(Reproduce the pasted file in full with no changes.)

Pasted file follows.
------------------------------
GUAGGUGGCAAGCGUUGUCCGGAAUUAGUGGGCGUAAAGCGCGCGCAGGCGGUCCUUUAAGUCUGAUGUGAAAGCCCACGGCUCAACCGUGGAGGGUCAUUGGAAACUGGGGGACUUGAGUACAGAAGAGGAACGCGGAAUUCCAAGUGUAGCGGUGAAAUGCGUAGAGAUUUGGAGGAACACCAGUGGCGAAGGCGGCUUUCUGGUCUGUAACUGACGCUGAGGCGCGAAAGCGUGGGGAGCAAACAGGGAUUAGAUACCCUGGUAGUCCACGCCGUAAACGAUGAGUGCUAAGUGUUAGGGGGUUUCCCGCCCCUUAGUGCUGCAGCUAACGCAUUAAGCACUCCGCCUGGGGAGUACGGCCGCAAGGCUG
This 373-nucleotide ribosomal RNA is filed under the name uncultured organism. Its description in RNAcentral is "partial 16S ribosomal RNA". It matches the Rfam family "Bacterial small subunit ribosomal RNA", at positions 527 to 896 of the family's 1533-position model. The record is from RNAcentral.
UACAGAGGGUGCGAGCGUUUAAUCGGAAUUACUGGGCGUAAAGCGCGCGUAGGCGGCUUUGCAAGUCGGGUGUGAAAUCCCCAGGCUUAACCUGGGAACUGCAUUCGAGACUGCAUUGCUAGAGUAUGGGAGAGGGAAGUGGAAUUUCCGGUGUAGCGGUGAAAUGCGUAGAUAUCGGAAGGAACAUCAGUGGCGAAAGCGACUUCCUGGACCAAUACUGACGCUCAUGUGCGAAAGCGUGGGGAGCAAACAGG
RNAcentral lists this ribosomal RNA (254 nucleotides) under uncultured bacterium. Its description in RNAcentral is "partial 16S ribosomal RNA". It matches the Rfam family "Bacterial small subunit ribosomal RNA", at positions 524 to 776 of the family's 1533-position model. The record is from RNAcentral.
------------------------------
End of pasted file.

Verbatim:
GUAGGUGGCAAGCGUUGUCCGGAAUUAGUGGGCGUAAAGCGCGCGCAGGCGGUCCUUUAAGUCUGAUGUGAAAGCCCACGGCUCAACCGUGGAGGGUCAUUGGAAACUGGGGGACUUGAGUACAGAAGAGGAACGCGGAAUUCCAAGUGUAGCGGUGAAAUGCGUAGAGAUUUGGAGGAACACCAGUGGCGAAGGCGGCUUUCUGGUCUGUAACUGACGCUGAGGCGCGAAAGCGUGGGGAGCAAACAGGGAUUAGAUACCCUGGUAGUCCACGCCGUAAACGAUGAGUGCUAAGUGUUAGGGGGUUUCCCGCCCCUUAGUGCUGCAGCUAACGCAUUAAGCACUCCGCCUGGGGAGUACGGCCGCAAGGCUG
This 373-nucleotide ribosomal RNA is filed under the name uncultured organism. Its description in RNAcentral is "partial 16S ribosomal RNA". It matches the Rfam family "Bacterial small subunit ribosomal RNA", at positions 527 to 896 of the family's 1533-position model. The record is from RNAcentral.
UACAGAGGGUGCGAGCGUUUAAUCGGAAUUACUGGGCGUAAAGCGCGCGUAGGCGGCUUUGCAAGUCGGGUGUGAAAUCCCCAGGCUUAACCUGGGAACUGCAUUCGAGACUGCAUUGCUAGAGUAUGGGAGAGGGAAGUGGAAUUUCCGGUGUAGCGGUGAAAUGCGUAGAUAUCGGAAGGAACAUCAGUGGCGAAAGCGACUUCCUGGACCAAUACUGACGCUCAUGUGCGAAAGCGUGGGGAGCAAACAGG
RNAcentral lists this ribosomal RNA (254 nucleotides) under uncultured bacterium. Its description in RNAcentral is "partial 16S ribosomal RNA". It matches the Rfam family "Bacterial small subunit ribosomal RNA", at positions 524 to 776 of the family's 1533-position model. The record is from RNAcentral.